Dream Psychology by Sigmund Freud Chapter 1 Audiobook


by Sigmund Freud (1856-1939). Translated by M.D. Eder (1866-1936) with an introduction by Andre Tridon (1877-1922).


Not a few serious-minded students, […], have been discouraged from attempting a study of Freud’s dream psychology. The book in which he originally offered to the world his interpretation of dreams was as circumstantial as a legal record to be pondered over by scientists at their leisure, not to be assimilated in a few hours by the average alert reader. In those days, Freud could not leave out any detail likely to make his extremely novel thesis evidentially acceptable to those willing to sift data. – Freud himself, however, realized the magnitude of the task which the reading of his magnum opus imposed upon those who have not been prepared for it by long psychological and scientific training and he abstracted from that gigantic work the parts which constitute the essential of his discoveries.


The publishers of the present book deserve credit for presenting to the reading public the gist of Freud’s psychology in the master’s own words, and in a form which shall neither discourage beginners, nor appear too elementary to those who are more advanced in psychoanalytic study.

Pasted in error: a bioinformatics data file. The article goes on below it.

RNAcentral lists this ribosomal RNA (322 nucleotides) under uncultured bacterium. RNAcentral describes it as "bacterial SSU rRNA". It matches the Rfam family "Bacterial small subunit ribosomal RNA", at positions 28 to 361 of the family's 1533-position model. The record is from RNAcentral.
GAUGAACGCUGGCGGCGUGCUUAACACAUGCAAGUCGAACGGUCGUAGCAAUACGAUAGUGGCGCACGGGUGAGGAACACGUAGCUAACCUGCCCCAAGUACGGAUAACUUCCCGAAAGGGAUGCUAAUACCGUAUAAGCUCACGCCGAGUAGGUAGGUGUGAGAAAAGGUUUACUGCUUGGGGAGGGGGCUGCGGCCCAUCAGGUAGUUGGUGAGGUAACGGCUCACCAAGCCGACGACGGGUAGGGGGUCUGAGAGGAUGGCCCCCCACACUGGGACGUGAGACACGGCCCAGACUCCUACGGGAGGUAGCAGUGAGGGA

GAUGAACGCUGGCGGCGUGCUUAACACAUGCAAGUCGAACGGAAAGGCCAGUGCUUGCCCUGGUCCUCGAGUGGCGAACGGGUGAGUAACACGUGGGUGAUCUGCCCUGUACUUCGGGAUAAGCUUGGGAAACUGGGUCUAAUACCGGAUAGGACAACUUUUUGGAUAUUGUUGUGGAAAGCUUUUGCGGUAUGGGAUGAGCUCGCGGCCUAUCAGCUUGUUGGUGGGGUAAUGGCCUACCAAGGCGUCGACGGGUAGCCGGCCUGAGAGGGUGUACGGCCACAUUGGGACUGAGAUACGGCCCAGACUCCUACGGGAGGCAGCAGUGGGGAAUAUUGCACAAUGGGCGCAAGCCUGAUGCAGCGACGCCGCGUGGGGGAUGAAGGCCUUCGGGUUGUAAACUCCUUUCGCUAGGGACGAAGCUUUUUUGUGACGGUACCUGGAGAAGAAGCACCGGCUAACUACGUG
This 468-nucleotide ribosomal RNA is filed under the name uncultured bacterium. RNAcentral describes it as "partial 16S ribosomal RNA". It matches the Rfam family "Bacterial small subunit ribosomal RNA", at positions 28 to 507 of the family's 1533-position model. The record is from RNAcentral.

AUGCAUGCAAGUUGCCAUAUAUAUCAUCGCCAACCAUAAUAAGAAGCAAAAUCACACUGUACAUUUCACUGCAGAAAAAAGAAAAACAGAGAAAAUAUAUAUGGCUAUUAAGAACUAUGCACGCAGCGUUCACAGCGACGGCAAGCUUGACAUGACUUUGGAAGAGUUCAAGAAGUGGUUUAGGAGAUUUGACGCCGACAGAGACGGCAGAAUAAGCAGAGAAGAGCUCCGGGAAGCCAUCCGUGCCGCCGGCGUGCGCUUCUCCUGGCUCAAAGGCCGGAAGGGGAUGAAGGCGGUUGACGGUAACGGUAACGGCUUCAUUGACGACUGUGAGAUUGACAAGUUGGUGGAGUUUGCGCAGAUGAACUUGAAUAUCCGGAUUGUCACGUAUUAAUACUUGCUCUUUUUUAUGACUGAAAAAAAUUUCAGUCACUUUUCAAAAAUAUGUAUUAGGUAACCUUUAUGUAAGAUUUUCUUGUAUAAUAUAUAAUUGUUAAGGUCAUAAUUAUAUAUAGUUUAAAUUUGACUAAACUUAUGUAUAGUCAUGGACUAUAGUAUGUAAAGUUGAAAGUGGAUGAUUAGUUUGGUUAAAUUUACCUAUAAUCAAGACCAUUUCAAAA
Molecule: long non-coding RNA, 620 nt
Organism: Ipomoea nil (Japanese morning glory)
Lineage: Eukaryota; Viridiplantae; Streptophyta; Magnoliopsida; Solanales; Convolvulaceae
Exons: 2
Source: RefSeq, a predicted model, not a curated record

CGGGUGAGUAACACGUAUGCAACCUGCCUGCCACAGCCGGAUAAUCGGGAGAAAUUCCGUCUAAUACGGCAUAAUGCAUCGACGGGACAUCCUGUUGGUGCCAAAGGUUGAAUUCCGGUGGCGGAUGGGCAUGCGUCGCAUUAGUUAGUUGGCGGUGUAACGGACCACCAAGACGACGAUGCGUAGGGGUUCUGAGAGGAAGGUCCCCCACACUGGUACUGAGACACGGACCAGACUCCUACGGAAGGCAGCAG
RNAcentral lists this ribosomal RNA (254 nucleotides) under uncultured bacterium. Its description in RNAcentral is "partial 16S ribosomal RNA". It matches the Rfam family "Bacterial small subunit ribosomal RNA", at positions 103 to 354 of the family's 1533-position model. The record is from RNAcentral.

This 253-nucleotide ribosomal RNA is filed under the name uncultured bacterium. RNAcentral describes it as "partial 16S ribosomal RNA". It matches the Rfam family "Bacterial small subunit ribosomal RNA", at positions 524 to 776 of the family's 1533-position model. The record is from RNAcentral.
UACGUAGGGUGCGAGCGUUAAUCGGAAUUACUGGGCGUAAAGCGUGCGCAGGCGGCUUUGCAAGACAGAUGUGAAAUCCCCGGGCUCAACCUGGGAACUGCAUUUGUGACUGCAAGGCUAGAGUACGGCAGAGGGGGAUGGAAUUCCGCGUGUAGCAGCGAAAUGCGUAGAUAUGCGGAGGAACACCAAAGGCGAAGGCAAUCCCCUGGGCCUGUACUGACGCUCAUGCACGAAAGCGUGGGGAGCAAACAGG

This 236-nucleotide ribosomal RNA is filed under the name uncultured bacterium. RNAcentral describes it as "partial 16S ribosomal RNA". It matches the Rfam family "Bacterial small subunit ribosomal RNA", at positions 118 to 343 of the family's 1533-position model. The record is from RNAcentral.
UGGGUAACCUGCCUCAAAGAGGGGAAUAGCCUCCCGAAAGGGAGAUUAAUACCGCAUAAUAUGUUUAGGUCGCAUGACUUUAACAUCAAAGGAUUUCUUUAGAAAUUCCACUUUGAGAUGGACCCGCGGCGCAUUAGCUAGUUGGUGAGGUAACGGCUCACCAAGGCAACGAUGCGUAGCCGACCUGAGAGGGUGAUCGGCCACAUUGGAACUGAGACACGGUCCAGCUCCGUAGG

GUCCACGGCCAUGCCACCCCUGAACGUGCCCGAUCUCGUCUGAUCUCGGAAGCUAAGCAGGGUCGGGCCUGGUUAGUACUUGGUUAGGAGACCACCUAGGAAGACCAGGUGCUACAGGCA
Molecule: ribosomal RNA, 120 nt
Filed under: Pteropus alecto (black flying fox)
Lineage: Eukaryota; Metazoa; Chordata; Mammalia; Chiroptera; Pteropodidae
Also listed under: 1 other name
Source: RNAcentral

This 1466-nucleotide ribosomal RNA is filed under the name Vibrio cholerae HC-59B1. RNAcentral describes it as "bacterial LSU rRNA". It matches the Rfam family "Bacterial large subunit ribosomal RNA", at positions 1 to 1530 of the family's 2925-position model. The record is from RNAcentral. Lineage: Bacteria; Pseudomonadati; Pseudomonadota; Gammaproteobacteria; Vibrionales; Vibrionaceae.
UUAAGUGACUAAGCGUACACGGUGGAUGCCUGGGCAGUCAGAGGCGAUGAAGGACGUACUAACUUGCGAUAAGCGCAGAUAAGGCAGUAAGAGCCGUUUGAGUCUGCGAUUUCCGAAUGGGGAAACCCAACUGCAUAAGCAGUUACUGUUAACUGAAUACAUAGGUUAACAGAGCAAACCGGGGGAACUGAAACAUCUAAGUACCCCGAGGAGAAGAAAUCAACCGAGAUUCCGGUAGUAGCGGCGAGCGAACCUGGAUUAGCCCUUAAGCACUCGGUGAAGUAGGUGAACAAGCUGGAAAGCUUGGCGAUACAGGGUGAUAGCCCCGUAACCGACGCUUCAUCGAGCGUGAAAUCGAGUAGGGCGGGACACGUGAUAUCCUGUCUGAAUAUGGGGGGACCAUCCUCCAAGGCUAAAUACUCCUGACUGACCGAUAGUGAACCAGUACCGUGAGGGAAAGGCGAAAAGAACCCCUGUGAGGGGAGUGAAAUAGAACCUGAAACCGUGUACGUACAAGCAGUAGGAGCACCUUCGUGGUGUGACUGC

– Dream psychology is the key to Freud’s works and to all modern psychology. With a simple, compact manual such as Dream Psychology there shall be no longer any excuse for ignorance of the most revolutionary psychological system of modern times.
–(From the book introduction, by Andre Tridon).


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Sherlock Holmes Audiobook – A Scandal in Bohemia

“A Scandal in Bohemia” was authored by Arthur Conan Doyle. This book is  the first of  the 56 Sherlock Holmes short stories published in The Strand Magazine and the first Sherlock Holmes story illustrated by Sidney Paget.  Doyle ranked “A Scandal in Bohemia” fifth in his list of his twelve favourite Holmes stories.

Plot:
Holmes is hired by the King of Bohemia to recover blackmail evidence, held by the woman whom the king once promised to marry, but who he abandoned for a woman of noble birth.

Thanks to LibriVox for the beautiful audio file.